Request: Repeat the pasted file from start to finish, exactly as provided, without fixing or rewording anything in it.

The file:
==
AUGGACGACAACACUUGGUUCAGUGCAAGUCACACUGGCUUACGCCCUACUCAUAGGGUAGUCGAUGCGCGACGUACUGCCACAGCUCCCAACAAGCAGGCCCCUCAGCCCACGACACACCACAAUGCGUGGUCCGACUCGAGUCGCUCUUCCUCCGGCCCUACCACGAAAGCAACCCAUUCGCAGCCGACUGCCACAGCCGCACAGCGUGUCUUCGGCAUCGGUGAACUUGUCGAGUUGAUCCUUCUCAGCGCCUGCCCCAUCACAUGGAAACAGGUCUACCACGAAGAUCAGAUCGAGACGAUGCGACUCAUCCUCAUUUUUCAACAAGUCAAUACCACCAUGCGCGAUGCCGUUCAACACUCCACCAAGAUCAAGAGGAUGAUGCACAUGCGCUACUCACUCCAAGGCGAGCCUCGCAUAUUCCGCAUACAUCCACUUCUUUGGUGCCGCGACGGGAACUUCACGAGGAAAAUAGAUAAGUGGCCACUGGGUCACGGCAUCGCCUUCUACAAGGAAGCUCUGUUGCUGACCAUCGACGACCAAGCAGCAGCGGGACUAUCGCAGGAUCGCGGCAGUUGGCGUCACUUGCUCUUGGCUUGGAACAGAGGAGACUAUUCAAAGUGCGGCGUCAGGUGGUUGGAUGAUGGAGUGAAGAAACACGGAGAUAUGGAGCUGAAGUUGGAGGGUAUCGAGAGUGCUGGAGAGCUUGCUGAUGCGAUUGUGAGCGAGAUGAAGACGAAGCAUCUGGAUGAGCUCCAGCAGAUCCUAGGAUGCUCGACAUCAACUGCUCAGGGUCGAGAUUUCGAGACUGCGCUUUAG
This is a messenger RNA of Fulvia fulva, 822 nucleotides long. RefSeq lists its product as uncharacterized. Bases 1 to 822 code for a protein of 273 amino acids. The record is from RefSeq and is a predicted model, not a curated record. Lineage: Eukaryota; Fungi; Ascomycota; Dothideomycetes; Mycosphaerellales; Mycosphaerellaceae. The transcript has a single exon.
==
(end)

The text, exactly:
AUGGACGACAACACUUGGUUCAGUGCAAGUCACACUGGCUUACGCCCUACUCAUAGGGUAGUCGAUGCGCGACGUACUGCCACAGCUCCCAACAAGCAGGCCCCUCAGCCCACGACACACCACAAUGCGUGGUCCGACUCGAGUCGCUCUUCCUCCGGCCCUACCACGAAAGCAACCCAUUCGCAGCCGACUGCCACAGCCGCACAGCGUGUCUUCGGCAUCGGUGAACUUGUCGAGUUGAUCCUUCUCAGCGCCUGCCCCAUCACAUGGAAACAGGUCUACCACGAAGAUCAGAUCGAGACGAUGCGACUCAUCCUCAUUUUUCAACAAGUCAAUACCACCAUGCGCGAUGCCGUUCAACACUCCACCAAGAUCAAGAGGAUGAUGCACAUGCGCUACUCACUCCAAGGCGAGCCUCGCAUAUUCCGCAUACAUCCACUUCUUUGGUGCCGCGACGGGAACUUCACGAGGAAAAUAGAUAAGUGGCCACUGGGUCACGGCAUCGCCUUCUACAAGGAAGCUCUGUUGCUGACCAUCGACGACCAAGCAGCAGCGGGACUAUCGCAGGAUCGCGGCAGUUGGCGUCACUUGCUCUUGGCUUGGAACAGAGGAGACUAUUCAAAGUGCGGCGUCAGGUGGUUGGAUGAUGGAGUGAAGAAACACGGAGAUAUGGAGCUGAAGUUGGAGGGUAUCGAGAGUGCUGGAGAGCUUGCUGAUGCGAUUGUGAGCGAGAUGAAGACGAAGCAUCUGGAUGAGCUCCAGCAGAUCCUAGGAUGCUCGACAUCAACUGCUCAGGGUCGAGAUUUCGAGACUGCGCUUUAG
This is a messenger RNA of Fulvia fulva, 822 nucleotides long. RefSeq lists its product as uncharacterized. Bases 1 to 822 code for a protein of 273 amino acids. The record is from RefSeq and is a predicted model, not a curated record. Lineage: Eukaryota; Fungi; Ascomycota; Dothideomycetes; Mycosphaerellales; Mycosphaerellaceae. The transcript has a single exon.